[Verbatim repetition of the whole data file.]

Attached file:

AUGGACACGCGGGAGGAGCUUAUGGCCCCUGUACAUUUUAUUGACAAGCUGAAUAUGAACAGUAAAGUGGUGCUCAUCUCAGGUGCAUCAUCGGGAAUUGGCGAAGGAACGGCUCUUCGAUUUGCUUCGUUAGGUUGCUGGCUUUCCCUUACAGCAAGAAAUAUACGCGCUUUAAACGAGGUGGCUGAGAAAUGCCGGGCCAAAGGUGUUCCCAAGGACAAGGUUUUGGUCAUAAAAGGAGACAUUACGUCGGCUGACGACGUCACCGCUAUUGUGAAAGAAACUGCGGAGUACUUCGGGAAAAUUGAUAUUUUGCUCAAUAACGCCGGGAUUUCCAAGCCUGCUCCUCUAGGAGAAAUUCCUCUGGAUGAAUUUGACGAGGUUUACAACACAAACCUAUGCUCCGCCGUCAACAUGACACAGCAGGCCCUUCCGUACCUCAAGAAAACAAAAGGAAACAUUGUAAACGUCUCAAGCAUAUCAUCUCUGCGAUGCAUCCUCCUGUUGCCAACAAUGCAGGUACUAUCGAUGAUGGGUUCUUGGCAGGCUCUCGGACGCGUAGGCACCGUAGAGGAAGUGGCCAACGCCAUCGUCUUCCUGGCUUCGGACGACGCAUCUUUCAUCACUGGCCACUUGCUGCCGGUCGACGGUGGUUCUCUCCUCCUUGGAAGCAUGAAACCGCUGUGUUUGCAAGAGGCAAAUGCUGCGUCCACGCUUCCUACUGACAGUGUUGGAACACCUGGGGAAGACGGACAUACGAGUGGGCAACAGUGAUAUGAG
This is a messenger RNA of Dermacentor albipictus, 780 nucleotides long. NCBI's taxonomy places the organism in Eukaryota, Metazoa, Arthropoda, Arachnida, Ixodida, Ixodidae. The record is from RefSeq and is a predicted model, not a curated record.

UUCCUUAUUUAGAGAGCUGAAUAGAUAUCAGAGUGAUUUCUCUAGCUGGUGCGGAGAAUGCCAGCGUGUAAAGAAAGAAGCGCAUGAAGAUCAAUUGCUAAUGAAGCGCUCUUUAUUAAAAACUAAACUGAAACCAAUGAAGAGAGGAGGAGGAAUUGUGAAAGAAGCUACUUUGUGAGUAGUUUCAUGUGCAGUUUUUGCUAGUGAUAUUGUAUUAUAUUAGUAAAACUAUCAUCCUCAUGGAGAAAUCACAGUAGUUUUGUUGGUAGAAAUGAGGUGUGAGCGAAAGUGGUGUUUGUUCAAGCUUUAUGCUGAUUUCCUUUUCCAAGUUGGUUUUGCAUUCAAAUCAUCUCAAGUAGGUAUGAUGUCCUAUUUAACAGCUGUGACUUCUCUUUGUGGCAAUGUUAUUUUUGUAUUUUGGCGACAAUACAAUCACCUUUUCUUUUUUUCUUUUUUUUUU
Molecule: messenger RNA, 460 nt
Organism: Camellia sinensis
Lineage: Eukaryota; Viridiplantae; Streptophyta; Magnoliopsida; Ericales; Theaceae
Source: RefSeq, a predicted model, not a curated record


AUGGACACGCGGGAGGAGCUUAUGGCCCCUGUACAUUUUAUUGACAAGCUGAAUAUGAACAGUAAAGUGGUGCUCAUCUCAGGUGCAUCAUCGGGAAUUGGCGAAGGAACGGCUCUUCGAUUUGCUUCGUUAGGUUGCUGGCUUUCCCUUACAGCAAGAAAUAUACGCGCUUUAAACGAGGUGGCUGAGAAAUGCCGGGCCAAAGGUGUUCCCAAGGACAAGGUUUUGGUCAUAAAAGGAGACAUUACGUCGGCUGACGACGUCACCGCUAUUGUGAAAGAAACUGCGGAGUACUUCGGGAAAAUUGAUAUUUUGCUCAAUAACGCCGGGAUUUCCAAGCCUGCUCCUCUAGGAGAAAUUCCUCUGGAUGAAUUUGACGAGGUUUACAACACAAACCUAUGCUCCGCCGUCAACAUGACACAGCAGGCCCUUCCGUACCUCAAGAAAACAAAAGGAAACAUUGUAAACGUCUCAAGCAUAUCAUCUCUGCGAUGCAUCCUCCUGUUGCCAACAAUGCAGGUACUAUCGAUGAUGGGUUCUUGGCAGGCUCUCGGACGCGUAGGCACCGUAGAGGAAGUGGCCAACGCCAUCGUCUUCCUGGCUUCGGACGACGCAUCUUUCAUCACUGGCCACUUGCUGCCGGUCGACGGUGGUUCUCUCCUCCUUGGAAGCAUGAAACCGCUGUGUUUGCAAGAGGCAAAUGCUGCGUCCACGCUUCCUACUGACAGUGUUGGAACACCUGGGGAAGACGGACAUACGAGUGGGCAACAGUGAUAUGAG
This is a messenger RNA of Dermacentor albipictus, 780 nucleotides long. NCBI's taxonomy places the organism in Eukaryota, Metazoa, Arthropoda, Arachnida, Ixodida, Ixodidae. The record is from RefSeq and is a predicted model, not a curated record.

UUCCUUAUUUAGAGAGCUGAAUAGAUAUCAGAGUGAUUUCUCUAGCUGGUGCGGAGAAUGCCAGCGUGUAAAGAAAGAAGCGCAUGAAGAUCAAUUGCUAAUGAAGCGCUCUUUAUUAAAAACUAAACUGAAACCAAUGAAGAGAGGAGGAGGAAUUGUGAAAGAAGCUACUUUGUGAGUAGUUUCAUGUGCAGUUUUUGCUAGUGAUAUUGUAUUAUAUUAGUAAAACUAUCAUCCUCAUGGAGAAAUCACAGUAGUUUUGUUGGUAGAAAUGAGGUGUGAGCGAAAGUGGUGUUUGUUCAAGCUUUAUGCUGAUUUCCUUUUCCAAGUUGGUUUUGCAUUCAAAUCAUCUCAAGUAGGUAUGAUGUCCUAUUUAACAGCUGUGACUUCUCUUUGUGGCAAUGUUAUUUUUGUAUUUUGGCGACAAUACAAUCACCUUUUCUUUUUUUCUUUUUUUUUU
Molecule: messenger RNA, 460 nt
Organism: Camellia sinensis
Lineage: Eukaryota; Viridiplantae; Streptophyta; Magnoliopsida; Ericales; Theaceae
Source: RefSeq, a predicted model, not a curated record